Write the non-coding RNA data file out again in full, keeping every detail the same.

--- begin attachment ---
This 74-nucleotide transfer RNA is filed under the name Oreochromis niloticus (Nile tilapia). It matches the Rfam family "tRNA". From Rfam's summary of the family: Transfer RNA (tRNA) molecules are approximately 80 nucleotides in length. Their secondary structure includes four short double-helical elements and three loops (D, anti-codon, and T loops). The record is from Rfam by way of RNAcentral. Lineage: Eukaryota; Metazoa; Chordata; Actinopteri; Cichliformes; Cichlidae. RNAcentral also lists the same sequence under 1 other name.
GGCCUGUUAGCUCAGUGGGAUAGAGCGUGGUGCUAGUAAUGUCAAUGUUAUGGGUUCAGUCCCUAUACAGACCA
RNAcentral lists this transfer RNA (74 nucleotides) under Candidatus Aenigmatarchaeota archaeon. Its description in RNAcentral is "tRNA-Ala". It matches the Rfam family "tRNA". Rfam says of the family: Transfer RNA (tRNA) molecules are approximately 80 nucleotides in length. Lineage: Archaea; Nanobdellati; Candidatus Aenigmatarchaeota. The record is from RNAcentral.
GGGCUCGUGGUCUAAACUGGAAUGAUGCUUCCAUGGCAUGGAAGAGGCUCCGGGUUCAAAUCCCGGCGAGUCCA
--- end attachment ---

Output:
This 74-nucleotide transfer RNA is filed under the name Oreochromis niloticus (Nile tilapia). It matches the Rfam family "tRNA". From Rfam's summary of the family: Transfer RNA (tRNA) molecules are approximately 80 nucleotides in length. Their secondary structure includes four short double-helical elements and three loops (D, anti-codon, and T loops). The record is from Rfam by way of RNAcentral. Lineage: Eukaryota; Metazoa; Chordata; Actinopteri; Cichliformes; Cichlidae. RNAcentral also lists the same sequence under 1 other name.
GGCCUGUUAGCUCAGUGGGAUAGAGCGUGGUGCUAGUAAUGUCAAUGUUAUGGGUUCAGUCCCUAUACAGACCA
RNAcentral lists this transfer RNA (74 nucleotides) under Candidatus Aenigmatarchaeota archaeon. Its description in RNAcentral is "tRNA-Ala". It matches the Rfam family "tRNA". Rfam says of the family: Transfer RNA (tRNA) molecules are approximately 80 nucleotides in length. Lineage: Archaea; Nanobdellati; Candidatus Aenigmatarchaeota. The record is from RNAcentral.
GGGCUCGUGGUCUAAACUGGAAUGAUGCUUCCAUGGCAUGGAAGAGGCUCCGGGUUCAAAUCCCGGCGAGUCCA